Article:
August 25, 2008 in Nation/World

Health coverage in peril for California children

By Jordan Rau Los Angeles Times

Fast facts

Uninsured children are more likely to end up in the hospital or in the state’s clogged emergency rooms, where much of the cost of their care is passed along to insured people through higher premiums. Uninsured children tend to perform worse in school and miss more classes than those with coverage, several studies have found.

SACRAMENTO, Calif. – California’s promising strides toward extending medical coverage to all its children, a longtime goal of Gov. Arnold Schwarzenegger and one advocates believed was in reach by decade’s end, has stalled – and thousands of kids are in danger of losing insurance.

The trend is likely to further destabilize California’s shaky health care system. Studies have found that children without insurance are less likely to go to the doctor for routine visits that allow early diagnoses and treatment for diabetes, obesity and other increasingly common ailments.

Between 2001 and 2005, the number of Californians younger than 19 who were uninsured at any given time decreased 25 percent to about 763,000, according to the University of California, Los Angeles, Center for Health Policy Research. Most of the drop came through aggressive enrollment efforts in state and private health care programs and despite the erosion of employer-based insurance, which was leaving more adults without coverage.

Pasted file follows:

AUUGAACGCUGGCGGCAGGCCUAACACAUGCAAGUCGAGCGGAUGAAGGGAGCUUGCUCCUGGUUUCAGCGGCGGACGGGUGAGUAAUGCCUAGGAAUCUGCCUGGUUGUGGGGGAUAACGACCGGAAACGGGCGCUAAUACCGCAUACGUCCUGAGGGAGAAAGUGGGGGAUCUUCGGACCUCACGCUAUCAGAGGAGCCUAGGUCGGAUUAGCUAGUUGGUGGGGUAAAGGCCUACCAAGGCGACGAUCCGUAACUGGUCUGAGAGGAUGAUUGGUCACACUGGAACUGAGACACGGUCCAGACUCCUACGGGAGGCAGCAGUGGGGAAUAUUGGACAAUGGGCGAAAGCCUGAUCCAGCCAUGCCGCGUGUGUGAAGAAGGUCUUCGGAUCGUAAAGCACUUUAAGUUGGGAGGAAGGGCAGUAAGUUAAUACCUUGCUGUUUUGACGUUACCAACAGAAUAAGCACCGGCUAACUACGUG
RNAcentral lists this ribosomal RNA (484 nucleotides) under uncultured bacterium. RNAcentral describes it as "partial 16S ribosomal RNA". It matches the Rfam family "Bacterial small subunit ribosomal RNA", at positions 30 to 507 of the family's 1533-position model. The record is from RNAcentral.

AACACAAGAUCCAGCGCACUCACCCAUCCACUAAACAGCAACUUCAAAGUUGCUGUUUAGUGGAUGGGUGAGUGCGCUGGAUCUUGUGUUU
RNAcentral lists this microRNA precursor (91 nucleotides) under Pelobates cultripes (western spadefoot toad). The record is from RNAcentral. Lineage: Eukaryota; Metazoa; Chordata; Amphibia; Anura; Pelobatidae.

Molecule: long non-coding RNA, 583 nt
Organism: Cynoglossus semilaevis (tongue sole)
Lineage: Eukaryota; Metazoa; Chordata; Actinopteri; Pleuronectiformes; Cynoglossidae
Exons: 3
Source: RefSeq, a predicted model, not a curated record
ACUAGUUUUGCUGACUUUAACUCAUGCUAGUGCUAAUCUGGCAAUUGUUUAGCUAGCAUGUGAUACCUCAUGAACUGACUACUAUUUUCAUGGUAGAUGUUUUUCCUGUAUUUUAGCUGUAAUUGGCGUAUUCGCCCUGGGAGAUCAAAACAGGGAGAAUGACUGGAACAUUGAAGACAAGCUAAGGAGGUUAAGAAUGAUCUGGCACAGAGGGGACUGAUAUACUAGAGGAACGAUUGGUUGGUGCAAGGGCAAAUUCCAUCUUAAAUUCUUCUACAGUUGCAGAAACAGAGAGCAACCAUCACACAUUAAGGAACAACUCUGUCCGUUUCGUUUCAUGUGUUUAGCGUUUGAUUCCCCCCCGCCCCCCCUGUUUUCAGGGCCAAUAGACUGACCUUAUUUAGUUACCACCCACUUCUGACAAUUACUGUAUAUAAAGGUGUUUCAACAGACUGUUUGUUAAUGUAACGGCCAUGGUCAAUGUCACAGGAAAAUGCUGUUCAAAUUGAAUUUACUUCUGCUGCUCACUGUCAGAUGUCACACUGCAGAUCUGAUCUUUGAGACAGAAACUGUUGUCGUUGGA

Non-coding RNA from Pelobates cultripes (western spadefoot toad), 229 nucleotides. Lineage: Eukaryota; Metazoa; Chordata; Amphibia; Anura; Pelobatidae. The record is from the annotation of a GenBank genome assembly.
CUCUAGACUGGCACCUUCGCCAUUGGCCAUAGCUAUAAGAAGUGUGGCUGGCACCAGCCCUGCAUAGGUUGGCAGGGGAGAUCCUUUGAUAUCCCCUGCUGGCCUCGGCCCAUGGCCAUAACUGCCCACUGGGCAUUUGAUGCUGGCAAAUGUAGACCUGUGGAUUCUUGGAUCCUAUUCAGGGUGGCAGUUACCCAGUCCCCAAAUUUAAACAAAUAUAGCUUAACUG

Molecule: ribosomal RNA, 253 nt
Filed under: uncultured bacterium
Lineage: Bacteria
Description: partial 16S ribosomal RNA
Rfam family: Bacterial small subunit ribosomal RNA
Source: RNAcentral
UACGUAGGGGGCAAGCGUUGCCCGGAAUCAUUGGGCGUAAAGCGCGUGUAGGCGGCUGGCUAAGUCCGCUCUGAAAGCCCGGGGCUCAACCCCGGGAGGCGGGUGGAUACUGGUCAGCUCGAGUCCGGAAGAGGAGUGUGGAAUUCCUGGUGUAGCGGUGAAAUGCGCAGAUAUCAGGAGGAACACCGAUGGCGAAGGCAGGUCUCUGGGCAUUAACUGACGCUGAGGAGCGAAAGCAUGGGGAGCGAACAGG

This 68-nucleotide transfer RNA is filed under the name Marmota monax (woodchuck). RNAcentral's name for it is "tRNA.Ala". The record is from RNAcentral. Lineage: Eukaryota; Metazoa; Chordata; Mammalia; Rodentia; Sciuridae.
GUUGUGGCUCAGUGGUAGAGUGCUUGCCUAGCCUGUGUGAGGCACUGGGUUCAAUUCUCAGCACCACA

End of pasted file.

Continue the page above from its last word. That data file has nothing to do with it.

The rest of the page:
But legislative budget negotiators this year have decided to increase premiums to the state’s Healthy Families program, which pays for medical care for more than 850,000 children of low-income workers who are above the federal poverty line.

The state estimates that the parents of 19,000 children will end up dropping out of the program by next July because of the $2 or $3 monthly increases. A family with three or more children, earning between two and 2  1/2 times the federal poverty level of $24,800 a year, would see their monthly premium rise to $51.

Lawmakers also have decided to require the parents of 3.4 million Californians below the federal poverty line to renew their Medi-Cal health coverage every six months – a move the Schwarzenegger administration expects will pare Medi-Cal rolls by about 196,000 children over the next two years.

The changes to subsidized or free health programs come as private health initiatives that pay for the care of children are running out of money, causing them to limit the number they cover.

Altogether, “thousands of California children are likely to lose health insurance coverage they now have,” said E. Richard Brown, the director of UCLA’s research center.

These privately run initiatives exist in 30 counties, arranging medical care for children who either are not legal residents or whose families earn slightly more than the threshold for public programs. Enrollment in the initiatives has dropped by 8,000 in the last two years, to 80,000, according to Wendy Lazarus, co-president of the Children’s Partnership, a nonprofit advocacy group.

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